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[Orphan Trains and their Precious Cargo]
From the Wisconsin State Journal, July 27, 2001
by William Wineke
MILTON - This is one of the ways society cared for its poor children a
Orphan trains carried unwanted children - not all of them orphans at
all - from the big cities of the East to the Midwest, where they were
put on display and, if lucky, taken into the homes of rural residents.
Clark Kidder, a Milton historian and farmer whose grandmother, Emily
Reese Kidder, came to the Midwest on one of those trains, has conducted
a study of the trains and of the way the children were treated when they
got to these parts.
Orphan trains transported an estimated 250,000 children, most of them
from New York, to the Midwest between 1854 and 1929.
Kidder now operates a game farm, where he allows hunters to shoot
pheasants, and a roadside vegetable stand on the family farm.In his
spare time, however, he is an amateur historian and is author of a
just-published book, "Orphan Trains and their Precious Cargo" (Heritage
The book is, essentially, a publication of the journals of the Rev.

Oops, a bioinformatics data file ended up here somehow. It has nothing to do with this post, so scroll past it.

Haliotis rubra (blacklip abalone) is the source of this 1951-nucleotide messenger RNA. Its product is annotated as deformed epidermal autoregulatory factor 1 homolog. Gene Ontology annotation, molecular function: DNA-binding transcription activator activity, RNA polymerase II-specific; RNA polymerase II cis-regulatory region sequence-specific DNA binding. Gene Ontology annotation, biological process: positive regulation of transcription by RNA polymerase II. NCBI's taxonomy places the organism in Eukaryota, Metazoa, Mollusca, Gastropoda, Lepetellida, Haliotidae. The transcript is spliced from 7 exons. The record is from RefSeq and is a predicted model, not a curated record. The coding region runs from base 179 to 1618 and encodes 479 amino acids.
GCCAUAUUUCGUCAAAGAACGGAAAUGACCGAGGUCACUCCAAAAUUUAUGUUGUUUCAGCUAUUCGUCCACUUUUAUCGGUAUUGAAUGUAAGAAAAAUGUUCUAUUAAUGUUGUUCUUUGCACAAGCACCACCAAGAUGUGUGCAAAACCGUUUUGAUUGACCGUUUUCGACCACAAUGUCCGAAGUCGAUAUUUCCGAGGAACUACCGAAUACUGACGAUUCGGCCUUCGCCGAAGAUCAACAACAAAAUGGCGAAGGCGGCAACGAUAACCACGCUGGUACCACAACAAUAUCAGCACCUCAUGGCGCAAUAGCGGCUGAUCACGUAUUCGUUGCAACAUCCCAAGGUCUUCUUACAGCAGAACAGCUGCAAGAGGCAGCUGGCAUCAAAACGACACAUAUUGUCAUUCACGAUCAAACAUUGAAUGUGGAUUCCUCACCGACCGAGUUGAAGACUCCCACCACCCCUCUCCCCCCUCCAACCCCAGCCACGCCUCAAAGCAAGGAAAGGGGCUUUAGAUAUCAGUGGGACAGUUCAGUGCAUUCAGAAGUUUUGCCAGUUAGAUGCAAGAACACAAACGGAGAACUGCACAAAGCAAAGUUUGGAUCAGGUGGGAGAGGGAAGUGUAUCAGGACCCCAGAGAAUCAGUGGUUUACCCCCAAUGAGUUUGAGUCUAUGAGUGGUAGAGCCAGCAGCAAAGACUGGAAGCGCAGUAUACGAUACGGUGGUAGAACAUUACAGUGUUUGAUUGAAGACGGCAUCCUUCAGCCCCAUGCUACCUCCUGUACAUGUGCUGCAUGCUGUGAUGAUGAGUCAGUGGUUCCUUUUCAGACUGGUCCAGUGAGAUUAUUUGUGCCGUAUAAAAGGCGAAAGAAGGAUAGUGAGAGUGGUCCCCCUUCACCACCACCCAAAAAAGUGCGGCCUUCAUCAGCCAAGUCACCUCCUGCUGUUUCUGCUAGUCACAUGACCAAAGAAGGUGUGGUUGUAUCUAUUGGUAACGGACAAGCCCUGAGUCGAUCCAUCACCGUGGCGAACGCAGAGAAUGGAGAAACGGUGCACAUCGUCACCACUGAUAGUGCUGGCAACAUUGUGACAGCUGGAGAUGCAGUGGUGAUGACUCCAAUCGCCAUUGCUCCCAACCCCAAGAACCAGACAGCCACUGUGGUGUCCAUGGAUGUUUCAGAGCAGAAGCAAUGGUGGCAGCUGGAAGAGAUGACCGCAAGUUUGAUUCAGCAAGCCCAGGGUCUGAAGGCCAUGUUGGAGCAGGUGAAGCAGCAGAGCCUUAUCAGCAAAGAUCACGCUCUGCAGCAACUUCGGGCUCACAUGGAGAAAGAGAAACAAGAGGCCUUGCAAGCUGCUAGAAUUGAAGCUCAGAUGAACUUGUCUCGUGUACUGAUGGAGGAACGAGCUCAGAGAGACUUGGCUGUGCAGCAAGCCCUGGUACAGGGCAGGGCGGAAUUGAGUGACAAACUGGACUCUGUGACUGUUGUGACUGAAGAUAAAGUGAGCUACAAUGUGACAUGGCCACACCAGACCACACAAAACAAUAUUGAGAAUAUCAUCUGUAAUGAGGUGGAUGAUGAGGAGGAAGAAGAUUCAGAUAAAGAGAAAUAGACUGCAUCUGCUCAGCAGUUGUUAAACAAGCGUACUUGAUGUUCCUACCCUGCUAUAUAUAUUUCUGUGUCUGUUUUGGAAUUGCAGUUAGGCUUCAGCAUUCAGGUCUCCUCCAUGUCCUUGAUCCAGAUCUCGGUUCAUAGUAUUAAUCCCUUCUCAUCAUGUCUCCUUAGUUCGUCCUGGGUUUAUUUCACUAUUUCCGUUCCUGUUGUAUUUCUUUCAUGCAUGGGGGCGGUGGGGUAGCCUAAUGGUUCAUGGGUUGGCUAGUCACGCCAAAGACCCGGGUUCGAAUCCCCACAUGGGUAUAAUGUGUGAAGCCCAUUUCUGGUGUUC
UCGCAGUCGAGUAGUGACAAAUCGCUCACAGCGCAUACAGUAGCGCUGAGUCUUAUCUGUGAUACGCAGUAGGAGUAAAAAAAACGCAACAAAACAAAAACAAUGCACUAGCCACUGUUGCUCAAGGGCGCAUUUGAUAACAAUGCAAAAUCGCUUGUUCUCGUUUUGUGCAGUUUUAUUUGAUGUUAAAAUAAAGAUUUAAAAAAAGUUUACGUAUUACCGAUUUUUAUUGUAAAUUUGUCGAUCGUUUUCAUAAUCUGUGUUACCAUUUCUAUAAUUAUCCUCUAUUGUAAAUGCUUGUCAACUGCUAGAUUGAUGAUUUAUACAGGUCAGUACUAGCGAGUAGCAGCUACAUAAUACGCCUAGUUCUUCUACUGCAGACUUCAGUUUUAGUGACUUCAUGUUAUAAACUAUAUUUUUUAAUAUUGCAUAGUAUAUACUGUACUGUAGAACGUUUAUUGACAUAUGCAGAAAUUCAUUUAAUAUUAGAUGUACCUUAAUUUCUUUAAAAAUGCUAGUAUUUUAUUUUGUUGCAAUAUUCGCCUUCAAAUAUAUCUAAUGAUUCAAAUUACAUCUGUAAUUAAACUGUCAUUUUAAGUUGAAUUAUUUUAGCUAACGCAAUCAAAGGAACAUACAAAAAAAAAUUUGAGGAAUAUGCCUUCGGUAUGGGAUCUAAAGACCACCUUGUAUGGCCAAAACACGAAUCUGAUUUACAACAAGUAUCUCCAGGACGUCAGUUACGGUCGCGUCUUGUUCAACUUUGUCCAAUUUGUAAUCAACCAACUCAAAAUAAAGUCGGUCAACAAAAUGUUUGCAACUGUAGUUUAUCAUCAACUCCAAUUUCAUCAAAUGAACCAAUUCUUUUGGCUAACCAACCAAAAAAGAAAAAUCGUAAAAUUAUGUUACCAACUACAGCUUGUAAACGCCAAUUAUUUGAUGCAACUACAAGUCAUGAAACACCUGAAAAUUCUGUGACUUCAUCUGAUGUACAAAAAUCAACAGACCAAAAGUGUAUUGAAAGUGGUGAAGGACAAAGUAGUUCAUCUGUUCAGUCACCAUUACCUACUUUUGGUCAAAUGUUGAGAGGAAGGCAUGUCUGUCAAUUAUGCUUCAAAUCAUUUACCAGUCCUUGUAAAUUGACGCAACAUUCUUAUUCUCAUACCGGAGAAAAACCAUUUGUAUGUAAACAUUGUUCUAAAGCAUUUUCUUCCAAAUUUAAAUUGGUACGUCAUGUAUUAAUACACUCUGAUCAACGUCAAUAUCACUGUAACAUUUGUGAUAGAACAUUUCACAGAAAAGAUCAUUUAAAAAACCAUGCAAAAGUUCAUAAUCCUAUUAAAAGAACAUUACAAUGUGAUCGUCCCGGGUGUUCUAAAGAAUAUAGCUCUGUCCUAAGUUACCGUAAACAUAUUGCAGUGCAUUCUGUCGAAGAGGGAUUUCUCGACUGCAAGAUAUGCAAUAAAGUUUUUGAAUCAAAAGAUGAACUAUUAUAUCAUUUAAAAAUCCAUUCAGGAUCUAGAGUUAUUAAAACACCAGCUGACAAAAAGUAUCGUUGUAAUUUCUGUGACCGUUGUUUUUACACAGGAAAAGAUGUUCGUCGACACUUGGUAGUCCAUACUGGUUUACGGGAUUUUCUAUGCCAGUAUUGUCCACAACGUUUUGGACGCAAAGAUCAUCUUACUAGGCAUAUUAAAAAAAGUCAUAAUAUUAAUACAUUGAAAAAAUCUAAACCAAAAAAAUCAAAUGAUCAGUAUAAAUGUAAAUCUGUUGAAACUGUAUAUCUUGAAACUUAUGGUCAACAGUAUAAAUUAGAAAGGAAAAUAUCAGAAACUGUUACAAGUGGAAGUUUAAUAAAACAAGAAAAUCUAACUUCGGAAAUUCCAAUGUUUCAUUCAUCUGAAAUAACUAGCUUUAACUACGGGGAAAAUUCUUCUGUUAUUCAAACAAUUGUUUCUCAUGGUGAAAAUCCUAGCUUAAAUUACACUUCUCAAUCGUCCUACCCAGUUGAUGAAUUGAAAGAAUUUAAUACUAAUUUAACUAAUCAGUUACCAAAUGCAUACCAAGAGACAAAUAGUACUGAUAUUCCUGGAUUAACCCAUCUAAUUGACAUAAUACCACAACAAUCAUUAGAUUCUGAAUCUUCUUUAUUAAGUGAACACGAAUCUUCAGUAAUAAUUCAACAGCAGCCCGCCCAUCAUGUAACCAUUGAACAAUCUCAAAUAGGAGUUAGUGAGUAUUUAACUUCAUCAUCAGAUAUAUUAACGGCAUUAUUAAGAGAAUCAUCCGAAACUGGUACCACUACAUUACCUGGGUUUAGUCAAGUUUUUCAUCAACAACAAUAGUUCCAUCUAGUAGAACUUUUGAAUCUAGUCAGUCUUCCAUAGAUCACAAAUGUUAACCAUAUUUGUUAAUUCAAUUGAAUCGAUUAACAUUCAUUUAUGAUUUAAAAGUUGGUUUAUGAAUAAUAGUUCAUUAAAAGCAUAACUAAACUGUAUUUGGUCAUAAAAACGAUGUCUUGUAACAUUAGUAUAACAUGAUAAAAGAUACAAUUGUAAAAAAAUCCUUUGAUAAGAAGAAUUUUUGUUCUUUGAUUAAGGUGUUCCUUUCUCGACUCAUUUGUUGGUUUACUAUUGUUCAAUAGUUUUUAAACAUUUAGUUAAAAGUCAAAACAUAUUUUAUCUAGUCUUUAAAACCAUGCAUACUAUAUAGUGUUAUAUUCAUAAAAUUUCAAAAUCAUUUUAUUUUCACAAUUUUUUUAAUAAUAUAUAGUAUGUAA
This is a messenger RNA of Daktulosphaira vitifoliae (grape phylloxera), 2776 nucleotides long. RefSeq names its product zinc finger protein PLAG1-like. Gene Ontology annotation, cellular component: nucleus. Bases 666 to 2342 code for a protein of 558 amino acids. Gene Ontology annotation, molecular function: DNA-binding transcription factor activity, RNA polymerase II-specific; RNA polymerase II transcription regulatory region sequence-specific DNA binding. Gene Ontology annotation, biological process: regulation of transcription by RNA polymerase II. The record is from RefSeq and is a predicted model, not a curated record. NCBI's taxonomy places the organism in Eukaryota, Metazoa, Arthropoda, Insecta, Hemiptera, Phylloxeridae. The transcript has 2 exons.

Herman Clarke, who worked with the Children's Aid Society of New York
and made 32 trips to the Midwest to place hundreds of children with
foster families between 1898 and 1907.
Most of the children went to Missouri, Kansas and Indiana. But, Kidder
learned, "in the 1870s, the orphan trains stopped in Stoughton, Sparta
In the 1880s, the Wisconsin Legislature put a stop to such placements
"because one legislator said he didn't want any more New York criminal
children brought into Wisconsin," Kidder said in a recent interview at
his game farm. Single placements were allowed, however, which is why
Emily Reese finally arrived here.
Life in rural Wisconsin in the early days of this century was not
completely idyllic, Kidder said.
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